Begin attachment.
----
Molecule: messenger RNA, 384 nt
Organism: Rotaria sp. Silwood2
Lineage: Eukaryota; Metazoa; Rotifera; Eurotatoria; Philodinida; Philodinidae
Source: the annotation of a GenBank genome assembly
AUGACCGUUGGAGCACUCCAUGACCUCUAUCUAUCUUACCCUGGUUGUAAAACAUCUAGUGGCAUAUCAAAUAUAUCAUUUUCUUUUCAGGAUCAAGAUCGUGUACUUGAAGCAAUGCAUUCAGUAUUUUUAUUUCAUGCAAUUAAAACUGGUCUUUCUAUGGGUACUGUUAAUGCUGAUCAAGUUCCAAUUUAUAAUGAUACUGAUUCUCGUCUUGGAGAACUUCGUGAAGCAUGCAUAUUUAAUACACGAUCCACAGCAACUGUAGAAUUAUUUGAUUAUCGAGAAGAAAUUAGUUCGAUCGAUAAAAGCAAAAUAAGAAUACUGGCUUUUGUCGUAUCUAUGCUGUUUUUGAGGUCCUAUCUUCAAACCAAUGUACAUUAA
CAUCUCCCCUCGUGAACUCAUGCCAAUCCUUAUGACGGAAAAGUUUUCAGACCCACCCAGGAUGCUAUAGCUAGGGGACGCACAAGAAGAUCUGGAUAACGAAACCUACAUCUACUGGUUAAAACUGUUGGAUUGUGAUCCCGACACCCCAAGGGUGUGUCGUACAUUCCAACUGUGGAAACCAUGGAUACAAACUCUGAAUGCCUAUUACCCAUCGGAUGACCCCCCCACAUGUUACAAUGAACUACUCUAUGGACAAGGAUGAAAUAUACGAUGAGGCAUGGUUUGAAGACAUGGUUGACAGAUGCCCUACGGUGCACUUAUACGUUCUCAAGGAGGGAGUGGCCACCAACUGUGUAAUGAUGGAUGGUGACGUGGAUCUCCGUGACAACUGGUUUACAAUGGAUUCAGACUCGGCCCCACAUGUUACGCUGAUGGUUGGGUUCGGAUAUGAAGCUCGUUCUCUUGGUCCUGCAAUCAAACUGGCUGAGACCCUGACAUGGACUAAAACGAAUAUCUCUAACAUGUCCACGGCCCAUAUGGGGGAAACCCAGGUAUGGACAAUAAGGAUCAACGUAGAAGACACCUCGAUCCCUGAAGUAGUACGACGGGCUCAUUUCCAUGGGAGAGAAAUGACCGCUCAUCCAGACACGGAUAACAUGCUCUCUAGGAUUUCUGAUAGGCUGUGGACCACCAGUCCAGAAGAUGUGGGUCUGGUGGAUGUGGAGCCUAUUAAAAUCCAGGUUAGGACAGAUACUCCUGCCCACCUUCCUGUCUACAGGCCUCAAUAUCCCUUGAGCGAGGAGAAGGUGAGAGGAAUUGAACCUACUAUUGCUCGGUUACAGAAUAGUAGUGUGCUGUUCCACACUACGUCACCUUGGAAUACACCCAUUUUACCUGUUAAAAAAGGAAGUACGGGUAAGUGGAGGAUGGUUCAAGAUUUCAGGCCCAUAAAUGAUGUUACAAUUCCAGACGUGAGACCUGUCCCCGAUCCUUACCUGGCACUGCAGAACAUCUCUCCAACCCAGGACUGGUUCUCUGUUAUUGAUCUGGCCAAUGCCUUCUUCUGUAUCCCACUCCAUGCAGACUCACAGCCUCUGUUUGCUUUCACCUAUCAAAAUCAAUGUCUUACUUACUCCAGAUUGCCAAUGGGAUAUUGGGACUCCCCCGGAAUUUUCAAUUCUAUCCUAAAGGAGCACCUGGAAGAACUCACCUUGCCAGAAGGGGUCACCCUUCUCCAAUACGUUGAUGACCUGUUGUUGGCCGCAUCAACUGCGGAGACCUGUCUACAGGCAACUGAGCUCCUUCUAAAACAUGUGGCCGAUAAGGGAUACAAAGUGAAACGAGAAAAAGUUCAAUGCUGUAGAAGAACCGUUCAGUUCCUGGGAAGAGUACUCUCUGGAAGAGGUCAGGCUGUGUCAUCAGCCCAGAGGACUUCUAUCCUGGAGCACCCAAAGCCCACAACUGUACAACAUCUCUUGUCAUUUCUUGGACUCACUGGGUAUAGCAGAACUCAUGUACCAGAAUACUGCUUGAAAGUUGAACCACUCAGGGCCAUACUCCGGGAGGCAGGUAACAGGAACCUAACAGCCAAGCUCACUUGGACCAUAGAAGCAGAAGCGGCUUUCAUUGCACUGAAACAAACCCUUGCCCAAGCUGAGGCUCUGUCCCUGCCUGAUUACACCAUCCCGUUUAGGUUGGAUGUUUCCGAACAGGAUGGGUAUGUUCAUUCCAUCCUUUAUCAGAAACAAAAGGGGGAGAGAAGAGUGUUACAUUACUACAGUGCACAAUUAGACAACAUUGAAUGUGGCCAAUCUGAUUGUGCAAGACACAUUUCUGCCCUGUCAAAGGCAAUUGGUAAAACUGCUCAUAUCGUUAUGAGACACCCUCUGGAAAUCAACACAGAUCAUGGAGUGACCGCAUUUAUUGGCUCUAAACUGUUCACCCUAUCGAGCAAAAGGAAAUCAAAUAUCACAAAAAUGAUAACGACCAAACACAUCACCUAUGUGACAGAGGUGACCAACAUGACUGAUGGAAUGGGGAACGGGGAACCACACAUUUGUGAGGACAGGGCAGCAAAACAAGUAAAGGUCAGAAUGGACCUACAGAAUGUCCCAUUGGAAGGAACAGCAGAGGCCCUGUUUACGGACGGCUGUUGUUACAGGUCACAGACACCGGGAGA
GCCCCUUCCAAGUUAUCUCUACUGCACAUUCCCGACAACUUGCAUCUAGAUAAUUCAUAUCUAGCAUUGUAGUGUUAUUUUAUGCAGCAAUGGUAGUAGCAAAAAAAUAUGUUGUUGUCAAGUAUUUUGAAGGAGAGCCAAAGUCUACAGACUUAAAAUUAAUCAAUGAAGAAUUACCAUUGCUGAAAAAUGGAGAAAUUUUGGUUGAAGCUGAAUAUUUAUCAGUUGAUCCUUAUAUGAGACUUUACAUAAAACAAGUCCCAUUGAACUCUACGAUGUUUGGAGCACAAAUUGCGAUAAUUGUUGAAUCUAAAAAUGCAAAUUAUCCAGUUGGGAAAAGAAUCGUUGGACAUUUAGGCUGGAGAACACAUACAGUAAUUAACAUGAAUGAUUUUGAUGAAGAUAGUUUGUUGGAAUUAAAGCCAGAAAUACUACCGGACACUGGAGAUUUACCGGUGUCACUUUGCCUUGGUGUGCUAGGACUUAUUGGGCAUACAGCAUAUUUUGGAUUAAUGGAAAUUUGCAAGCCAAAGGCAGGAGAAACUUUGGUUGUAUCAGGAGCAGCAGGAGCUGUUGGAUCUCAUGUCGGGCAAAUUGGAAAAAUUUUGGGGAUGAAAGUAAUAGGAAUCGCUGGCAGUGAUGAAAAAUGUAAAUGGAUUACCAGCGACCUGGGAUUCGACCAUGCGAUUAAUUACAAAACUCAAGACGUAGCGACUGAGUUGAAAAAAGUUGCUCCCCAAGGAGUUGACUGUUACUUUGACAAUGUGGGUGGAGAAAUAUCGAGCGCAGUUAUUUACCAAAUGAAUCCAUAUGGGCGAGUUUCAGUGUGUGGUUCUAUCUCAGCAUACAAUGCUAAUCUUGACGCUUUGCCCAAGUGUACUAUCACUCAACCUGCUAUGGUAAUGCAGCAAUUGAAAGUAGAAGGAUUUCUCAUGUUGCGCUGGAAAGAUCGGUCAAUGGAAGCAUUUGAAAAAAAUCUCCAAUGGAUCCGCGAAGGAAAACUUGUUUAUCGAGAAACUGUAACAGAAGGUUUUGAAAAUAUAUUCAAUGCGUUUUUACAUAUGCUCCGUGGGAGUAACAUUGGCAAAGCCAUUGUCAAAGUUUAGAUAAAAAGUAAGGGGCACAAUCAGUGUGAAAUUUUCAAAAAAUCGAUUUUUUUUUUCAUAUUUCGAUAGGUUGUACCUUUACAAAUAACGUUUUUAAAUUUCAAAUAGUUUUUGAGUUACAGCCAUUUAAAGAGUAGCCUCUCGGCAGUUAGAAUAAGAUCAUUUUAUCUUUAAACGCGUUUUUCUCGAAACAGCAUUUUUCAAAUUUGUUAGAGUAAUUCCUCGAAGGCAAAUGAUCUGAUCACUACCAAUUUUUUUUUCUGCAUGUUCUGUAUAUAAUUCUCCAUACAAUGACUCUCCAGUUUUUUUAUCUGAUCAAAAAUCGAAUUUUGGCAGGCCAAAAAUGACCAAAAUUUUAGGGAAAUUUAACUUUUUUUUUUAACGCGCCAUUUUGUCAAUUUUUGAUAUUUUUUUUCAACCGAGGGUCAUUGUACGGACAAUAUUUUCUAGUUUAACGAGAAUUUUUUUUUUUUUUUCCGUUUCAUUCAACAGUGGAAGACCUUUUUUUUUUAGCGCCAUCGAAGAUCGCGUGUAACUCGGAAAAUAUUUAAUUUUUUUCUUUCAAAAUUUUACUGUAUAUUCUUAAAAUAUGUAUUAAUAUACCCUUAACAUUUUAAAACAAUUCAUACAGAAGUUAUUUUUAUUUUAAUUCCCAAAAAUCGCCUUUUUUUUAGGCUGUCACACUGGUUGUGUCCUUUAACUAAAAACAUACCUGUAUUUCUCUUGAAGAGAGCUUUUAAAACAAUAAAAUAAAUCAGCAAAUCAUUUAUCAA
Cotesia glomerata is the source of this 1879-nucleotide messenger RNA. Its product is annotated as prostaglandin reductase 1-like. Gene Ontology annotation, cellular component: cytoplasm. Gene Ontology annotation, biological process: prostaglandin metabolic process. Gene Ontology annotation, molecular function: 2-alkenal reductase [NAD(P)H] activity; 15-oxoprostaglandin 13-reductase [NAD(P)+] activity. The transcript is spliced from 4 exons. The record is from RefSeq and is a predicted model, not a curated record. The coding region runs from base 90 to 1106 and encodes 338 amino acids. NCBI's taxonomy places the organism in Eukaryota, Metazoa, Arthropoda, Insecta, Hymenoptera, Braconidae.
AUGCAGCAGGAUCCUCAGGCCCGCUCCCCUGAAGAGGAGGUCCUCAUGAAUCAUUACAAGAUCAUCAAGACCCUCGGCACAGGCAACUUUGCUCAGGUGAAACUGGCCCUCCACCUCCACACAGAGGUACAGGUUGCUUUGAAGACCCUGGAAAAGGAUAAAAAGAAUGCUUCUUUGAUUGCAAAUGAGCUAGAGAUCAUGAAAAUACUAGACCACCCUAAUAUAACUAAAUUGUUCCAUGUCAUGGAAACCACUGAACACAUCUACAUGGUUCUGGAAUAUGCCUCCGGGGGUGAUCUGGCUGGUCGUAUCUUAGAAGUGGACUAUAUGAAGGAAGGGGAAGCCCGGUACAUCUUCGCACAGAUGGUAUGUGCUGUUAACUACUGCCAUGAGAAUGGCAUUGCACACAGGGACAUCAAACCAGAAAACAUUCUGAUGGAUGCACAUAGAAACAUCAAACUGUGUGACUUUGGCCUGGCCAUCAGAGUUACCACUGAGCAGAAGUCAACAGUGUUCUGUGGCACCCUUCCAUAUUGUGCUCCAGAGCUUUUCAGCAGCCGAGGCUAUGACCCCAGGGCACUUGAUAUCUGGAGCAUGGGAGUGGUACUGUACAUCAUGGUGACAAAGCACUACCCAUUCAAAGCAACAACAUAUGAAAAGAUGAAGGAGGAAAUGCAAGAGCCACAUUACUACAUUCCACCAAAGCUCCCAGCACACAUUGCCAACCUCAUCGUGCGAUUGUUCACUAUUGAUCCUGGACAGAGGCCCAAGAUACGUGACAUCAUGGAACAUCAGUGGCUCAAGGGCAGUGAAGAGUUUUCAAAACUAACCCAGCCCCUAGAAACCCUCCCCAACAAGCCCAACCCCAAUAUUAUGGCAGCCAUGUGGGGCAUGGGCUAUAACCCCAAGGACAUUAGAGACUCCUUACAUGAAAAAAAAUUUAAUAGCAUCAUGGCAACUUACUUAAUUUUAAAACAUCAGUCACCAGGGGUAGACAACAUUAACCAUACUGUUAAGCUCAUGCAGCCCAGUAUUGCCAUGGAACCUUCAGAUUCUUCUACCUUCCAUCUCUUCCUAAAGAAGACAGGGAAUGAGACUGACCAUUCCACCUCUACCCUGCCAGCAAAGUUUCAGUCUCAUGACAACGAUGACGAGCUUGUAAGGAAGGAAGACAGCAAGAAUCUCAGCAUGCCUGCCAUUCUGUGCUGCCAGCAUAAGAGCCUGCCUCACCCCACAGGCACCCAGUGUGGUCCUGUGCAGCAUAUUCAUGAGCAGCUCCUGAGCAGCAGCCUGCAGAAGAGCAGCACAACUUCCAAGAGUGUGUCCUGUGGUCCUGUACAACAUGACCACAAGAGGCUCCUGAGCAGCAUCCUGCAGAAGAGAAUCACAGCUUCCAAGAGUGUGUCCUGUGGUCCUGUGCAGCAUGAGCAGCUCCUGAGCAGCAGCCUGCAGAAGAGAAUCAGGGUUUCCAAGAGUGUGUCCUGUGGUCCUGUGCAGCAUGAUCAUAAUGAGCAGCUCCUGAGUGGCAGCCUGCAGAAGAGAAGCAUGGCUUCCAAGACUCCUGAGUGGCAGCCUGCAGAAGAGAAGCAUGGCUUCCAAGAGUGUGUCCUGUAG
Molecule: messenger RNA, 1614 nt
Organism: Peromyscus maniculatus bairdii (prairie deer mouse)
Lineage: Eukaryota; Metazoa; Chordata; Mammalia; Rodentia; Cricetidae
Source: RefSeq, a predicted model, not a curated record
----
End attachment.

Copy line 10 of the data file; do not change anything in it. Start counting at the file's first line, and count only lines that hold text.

Molecule: messenger RNA, 1614 nt